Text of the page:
King SalmonAtlas of Pacific Salmon, by Xanthippe Augerot and Dana Nadle Foley, cartography by Charles Steinbeck, photography by Natalie Fobes. University of California Press, Berkeley, CA, 2005. 151 pp., $34.95 hardcover.
Until the arrival of humans 18,000 years ago in the Northeastern Pacific Region, salmon were the most significant keystone species on land or in the water. Their influence was felt from Mexico to the Arctic and across the Bering Strait to Japan and Russia. Each year untold millions of robust adult salmon would return to their home stream to spawn and die, bequeathing the nutrients and energy they had captured during their oceanic sojourns to the land. Their rotting carcasses affected almost every living creature along the riparian margins and beyond, from caddis fly to caribou to fir tree. Indigenous coastal peoples throughout the region built their cultures and economies around salmon.
Under their watch, which lasted until about 1850, most of the ancient fish stocks survived. Since that time the industrial economies of the United States, Japan, and Russia have reduced North Pacific fish stocks to a shadow of their former abundance. In the nineteenth century, for example, the Columbia River basin welcomed about 10 to 16 million returning salmon each year; now as few as 200,000 make the hazardous journey back. Worse, at least 278 stocks are extinct and another 1,705 threatened.
However, the seven species of North Pacific salmon are astonishingly resilient, as documented by Xanthippe Augerot and a team of scientists and cartographers. In this atlas, the authors have assembled the first GIS-based analysis of what remains, what is in peril, and what causes salmon and ecosystem depletion. Included in this volume are discussions and detailed maps that span a breathtaking range of salmon-related subjects. These include salmon biology and diversity; human cultures from indigenous peoples to modern fishermen, technologies, hatcheries, and fish farms; the oceanography of the region; the past and current status of stocks; the distribution of each species and the risks it faces; and a description of the human-caused problems that have decreased salmon abundance. The authors close with a proposal to manage stocks on an ecosystem-wide level that will allow the sustainability of our species and theirs.
The only fault I found in this book is its overly modest title. It is much more than an atlas. It is a textbook, and as such it should be owned and carefully read by everyone with an interest in the web of North Pacific life.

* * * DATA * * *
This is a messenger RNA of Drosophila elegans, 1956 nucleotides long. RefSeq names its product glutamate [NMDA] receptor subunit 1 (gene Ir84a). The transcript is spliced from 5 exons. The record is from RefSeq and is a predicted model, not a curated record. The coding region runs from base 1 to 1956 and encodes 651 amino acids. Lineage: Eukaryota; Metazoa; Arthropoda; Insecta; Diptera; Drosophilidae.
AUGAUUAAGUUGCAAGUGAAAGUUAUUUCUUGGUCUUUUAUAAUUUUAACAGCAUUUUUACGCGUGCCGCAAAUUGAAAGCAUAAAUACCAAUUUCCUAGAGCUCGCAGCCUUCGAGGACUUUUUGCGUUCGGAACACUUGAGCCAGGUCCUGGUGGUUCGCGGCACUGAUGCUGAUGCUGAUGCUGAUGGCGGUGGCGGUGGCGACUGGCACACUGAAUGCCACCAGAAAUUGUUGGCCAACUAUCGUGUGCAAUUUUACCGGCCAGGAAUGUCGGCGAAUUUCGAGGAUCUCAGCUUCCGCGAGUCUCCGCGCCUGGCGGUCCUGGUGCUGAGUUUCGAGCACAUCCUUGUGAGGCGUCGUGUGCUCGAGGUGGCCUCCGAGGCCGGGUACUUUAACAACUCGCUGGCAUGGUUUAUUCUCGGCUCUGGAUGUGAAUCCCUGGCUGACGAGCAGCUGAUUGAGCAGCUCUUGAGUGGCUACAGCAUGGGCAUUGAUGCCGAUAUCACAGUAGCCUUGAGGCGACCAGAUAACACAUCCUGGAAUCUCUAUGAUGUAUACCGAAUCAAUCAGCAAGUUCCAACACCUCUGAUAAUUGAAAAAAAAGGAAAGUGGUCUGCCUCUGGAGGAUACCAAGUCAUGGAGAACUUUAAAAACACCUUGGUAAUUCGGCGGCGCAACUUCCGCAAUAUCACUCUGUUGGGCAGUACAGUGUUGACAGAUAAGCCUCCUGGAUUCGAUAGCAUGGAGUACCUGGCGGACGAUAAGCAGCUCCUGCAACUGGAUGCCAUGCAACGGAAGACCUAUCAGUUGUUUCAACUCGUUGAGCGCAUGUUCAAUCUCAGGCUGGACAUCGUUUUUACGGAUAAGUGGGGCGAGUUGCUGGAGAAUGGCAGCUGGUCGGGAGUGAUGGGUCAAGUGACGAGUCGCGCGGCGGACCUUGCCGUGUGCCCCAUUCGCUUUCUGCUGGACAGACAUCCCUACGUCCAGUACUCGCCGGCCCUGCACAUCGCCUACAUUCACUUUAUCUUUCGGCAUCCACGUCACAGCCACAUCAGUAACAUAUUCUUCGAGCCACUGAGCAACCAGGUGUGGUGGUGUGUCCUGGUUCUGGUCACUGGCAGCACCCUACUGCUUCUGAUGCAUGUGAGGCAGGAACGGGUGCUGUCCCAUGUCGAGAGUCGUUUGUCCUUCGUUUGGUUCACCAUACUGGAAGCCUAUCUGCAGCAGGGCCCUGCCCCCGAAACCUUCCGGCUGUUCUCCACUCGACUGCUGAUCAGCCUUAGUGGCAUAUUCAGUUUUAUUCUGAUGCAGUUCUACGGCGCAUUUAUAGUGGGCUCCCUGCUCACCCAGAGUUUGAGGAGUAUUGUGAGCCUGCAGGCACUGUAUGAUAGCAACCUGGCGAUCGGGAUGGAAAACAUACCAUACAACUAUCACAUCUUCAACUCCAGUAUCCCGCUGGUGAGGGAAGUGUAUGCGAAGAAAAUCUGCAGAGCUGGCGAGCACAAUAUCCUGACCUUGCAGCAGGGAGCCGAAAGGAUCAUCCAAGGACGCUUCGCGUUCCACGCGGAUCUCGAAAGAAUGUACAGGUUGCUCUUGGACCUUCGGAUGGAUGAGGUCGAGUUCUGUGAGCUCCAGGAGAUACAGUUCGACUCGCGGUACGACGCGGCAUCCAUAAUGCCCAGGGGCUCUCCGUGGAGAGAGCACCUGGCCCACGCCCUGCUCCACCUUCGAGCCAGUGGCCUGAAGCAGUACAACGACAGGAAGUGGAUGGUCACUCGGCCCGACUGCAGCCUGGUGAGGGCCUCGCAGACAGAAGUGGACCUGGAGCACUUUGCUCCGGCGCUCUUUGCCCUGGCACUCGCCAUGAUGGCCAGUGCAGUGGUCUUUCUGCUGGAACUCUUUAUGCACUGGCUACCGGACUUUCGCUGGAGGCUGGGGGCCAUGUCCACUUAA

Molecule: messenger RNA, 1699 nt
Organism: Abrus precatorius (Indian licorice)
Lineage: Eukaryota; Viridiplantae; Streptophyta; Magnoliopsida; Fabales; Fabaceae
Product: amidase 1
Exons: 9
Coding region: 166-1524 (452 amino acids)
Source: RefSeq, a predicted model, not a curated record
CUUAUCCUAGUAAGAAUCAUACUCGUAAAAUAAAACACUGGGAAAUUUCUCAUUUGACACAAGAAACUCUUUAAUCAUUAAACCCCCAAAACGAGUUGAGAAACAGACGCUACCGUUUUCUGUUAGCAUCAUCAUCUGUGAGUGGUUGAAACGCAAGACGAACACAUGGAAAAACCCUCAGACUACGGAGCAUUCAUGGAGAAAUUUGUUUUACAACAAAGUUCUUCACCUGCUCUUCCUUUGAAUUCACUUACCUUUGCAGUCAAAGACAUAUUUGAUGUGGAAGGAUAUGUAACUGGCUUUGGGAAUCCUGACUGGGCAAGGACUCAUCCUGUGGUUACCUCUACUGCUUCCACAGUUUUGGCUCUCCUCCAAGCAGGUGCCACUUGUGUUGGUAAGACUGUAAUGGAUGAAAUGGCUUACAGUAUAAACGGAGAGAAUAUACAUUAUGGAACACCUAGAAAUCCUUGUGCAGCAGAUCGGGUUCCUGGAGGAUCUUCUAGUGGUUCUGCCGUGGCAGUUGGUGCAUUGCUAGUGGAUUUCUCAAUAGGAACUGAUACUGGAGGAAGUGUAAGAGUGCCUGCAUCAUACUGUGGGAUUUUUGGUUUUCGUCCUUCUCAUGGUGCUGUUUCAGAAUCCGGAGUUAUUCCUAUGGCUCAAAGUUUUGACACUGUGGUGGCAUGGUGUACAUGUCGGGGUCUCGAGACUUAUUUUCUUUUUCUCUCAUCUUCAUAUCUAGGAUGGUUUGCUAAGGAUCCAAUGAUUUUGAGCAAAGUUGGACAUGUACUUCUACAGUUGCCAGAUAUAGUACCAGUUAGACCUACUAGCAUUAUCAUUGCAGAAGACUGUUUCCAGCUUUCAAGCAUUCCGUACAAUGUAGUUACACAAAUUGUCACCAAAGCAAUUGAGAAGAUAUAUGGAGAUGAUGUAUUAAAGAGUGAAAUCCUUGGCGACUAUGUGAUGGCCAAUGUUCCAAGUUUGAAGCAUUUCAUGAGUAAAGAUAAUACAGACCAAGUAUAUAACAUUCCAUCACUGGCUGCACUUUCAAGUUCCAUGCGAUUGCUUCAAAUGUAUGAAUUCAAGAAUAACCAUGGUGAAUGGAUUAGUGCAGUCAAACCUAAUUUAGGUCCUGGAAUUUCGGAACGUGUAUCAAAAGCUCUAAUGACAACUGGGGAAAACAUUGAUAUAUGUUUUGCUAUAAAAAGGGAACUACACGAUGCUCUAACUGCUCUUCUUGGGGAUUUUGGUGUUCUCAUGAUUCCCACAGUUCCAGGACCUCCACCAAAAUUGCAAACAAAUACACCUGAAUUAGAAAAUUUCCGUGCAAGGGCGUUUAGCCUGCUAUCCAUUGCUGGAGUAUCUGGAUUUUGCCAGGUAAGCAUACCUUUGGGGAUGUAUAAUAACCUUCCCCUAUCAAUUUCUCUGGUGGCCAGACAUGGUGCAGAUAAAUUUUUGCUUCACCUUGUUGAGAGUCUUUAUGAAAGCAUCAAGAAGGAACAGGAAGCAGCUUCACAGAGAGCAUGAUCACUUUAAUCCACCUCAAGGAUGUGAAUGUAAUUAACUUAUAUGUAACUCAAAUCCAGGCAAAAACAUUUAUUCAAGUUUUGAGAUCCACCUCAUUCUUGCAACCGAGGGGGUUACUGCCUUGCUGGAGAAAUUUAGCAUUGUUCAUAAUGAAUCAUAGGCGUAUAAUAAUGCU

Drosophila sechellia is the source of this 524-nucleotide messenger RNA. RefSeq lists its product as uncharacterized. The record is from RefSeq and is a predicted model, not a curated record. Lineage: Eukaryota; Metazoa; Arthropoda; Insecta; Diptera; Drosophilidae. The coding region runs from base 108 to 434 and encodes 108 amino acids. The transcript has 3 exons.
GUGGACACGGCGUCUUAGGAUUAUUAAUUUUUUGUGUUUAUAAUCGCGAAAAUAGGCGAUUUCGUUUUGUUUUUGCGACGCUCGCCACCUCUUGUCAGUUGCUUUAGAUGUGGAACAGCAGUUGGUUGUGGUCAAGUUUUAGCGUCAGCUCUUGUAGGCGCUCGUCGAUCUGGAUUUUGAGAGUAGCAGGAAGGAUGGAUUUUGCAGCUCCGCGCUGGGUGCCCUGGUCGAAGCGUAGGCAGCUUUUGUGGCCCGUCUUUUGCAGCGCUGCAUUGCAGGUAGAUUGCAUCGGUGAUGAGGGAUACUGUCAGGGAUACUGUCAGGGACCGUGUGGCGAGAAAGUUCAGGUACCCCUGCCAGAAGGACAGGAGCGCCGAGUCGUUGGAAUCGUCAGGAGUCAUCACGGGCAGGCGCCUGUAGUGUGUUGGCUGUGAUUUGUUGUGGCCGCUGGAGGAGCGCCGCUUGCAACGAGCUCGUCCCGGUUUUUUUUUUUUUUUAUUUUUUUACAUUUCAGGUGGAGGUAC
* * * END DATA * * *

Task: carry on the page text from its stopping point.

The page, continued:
At One With the UniverseArchives Of The Universe: A Treasury of Astronomy’s Historic Works of Discovery, edited by Marcia Bartusiak. Pantheon Books, New York, NY, 2004. 695 pp., $35.00 hardcover.
Readers with a passing interest in astronomy and history probably own a few books about Ptolemy, Copernicus, Galileo, Einstein, and other titans of the field. But it would take a library’s worth of shelving to hold the full range of research that built our understanding of the universe. Fortunately, science writer Marcia Bartusiak has scoured those shelves to compile this handsome volume about the men and women who have given us our sense of cosmic place.
In a twist on the usual literary retelling of scientific advances, Bartusiak wants us to read the words of the scientists themselves. It’s a terrific idea that works beautifully. Bartusiak has pared down hundreds of selections—as well as the text of each manuscript—to fill a volume that fits easily in one hand. The well-known stories are here: Johannes Kepler’s battle to figure out the elliptical orbit of Mars; Edwin Hubble’s laborious recognition of the expanding universe; the detections of our solar system’s outermost planets and, recently, worlds around alien suns.
Beyond such landmarks, Archives of the Universe showcases works of less public renown that scientists revere as the foundations for subsequent advances. For example, spectroscopes let astronomers measure the chemical ingredients of objects in deep space, including our previously mysterious sun, in 1860. When a rocket-borne instrument saw x-rays from beyond our solar system in 1962, it opened a new window on the high-energy universe now used to probe violent galaxies and black holes. And if you’ve never known why Hertzsprung-Russell diagrams are so valuable to those who study how stars evolve, this book is a painless way to find out.
Bartusiak presents the advances in rough chronological order, for good reason. Progressions in astronomical distance are fascinating to trace, from Earth’s size to the sun’s distance, then outward to planets and stars, and finally beyond our vast Milky Way and to unimaginably remote quasars. Each leap provoked scientific tremors, if not outright upheaval. It has been difficult for humans to lose their cozy place at the center of the universal womb.